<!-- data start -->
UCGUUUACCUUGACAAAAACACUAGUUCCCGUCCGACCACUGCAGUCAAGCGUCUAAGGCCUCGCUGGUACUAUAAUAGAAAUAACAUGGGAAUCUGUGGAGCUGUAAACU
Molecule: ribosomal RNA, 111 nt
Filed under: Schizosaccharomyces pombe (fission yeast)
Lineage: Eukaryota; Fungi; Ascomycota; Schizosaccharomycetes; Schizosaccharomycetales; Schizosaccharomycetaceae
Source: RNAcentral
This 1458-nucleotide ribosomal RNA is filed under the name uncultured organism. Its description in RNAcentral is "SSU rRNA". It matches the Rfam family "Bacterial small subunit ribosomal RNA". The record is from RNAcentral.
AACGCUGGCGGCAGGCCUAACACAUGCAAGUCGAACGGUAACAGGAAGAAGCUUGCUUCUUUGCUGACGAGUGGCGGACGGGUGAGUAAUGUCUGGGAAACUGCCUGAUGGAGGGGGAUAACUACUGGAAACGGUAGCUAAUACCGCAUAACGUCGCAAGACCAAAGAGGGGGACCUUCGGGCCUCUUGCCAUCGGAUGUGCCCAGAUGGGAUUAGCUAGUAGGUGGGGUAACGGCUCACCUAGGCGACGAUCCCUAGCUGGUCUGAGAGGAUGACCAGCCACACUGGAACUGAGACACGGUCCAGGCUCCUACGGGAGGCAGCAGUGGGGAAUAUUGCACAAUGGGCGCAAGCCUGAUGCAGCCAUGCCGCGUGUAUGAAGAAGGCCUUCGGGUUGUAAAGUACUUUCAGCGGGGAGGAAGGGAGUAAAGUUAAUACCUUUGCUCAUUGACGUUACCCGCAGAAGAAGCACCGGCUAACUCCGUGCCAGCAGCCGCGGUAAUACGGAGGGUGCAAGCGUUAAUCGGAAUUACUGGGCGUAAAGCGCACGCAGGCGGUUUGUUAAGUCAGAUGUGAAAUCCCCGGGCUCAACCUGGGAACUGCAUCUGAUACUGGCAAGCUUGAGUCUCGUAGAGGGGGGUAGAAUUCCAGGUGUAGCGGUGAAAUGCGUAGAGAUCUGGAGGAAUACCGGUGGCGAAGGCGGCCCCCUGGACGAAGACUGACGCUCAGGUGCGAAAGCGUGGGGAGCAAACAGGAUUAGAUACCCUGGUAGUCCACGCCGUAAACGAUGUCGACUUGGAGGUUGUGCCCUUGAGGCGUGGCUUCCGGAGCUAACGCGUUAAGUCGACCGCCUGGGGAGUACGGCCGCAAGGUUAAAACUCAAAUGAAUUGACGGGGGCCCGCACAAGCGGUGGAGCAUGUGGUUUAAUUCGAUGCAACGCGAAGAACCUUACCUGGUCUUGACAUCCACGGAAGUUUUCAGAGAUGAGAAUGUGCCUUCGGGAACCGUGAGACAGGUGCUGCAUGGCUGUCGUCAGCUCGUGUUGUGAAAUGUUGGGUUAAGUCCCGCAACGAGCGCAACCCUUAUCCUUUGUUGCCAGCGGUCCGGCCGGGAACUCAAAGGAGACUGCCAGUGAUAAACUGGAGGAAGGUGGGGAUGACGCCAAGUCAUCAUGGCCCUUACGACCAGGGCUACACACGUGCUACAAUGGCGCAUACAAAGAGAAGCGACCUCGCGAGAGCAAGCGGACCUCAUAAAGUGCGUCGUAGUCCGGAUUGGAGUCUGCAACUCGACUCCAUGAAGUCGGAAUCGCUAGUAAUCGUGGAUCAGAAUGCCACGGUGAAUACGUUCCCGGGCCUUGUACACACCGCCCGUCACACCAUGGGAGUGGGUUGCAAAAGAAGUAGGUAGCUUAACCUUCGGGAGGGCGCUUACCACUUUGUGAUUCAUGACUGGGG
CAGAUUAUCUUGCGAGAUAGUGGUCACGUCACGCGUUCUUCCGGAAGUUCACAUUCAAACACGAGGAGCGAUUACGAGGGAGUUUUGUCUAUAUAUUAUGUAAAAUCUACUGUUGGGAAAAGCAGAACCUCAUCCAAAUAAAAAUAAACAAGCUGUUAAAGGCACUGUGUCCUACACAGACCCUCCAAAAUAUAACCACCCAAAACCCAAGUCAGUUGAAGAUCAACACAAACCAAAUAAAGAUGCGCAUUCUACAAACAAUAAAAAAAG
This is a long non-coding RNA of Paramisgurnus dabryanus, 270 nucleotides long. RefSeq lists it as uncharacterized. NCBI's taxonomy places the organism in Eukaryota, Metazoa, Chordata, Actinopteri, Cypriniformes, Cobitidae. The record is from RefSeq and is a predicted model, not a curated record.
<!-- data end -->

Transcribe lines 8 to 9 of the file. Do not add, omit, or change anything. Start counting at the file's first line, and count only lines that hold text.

CAGAUUAUCUUGCGAGAUAGUGGUCACGUCACGCGUUCUUCCGGAAGUUCACAUUCAAACACGAGGAGCGAUUACGAGGGAGUUUUGUCUAUAUAUUAUGUAAAAUCUACUGUUGGGAAAAGCAGAACCUCAUCCAAAUAAAAAUAAACAAGCUGUUAAAGGCACUGUGUCCUACACAGACCCUCCAAAAUAUAACCACCCAAAACCCAAGUCAGUUGAAGAUCAACACAAACCAAAUAAAGAUGCGCAUUCUACAAACAAUAAAAAAAG
This is a long non-coding RNA of Paramisgurnus dabryanus, 270 nucleotides long. RefSeq lists it as uncharacterized. NCBI's taxonomy places the organism in Eukaryota, Metazoa, Chordata, Actinopteri, Cypriniformes, Cobitidae. The record is from RefSeq and is a predicted model, not a curated record.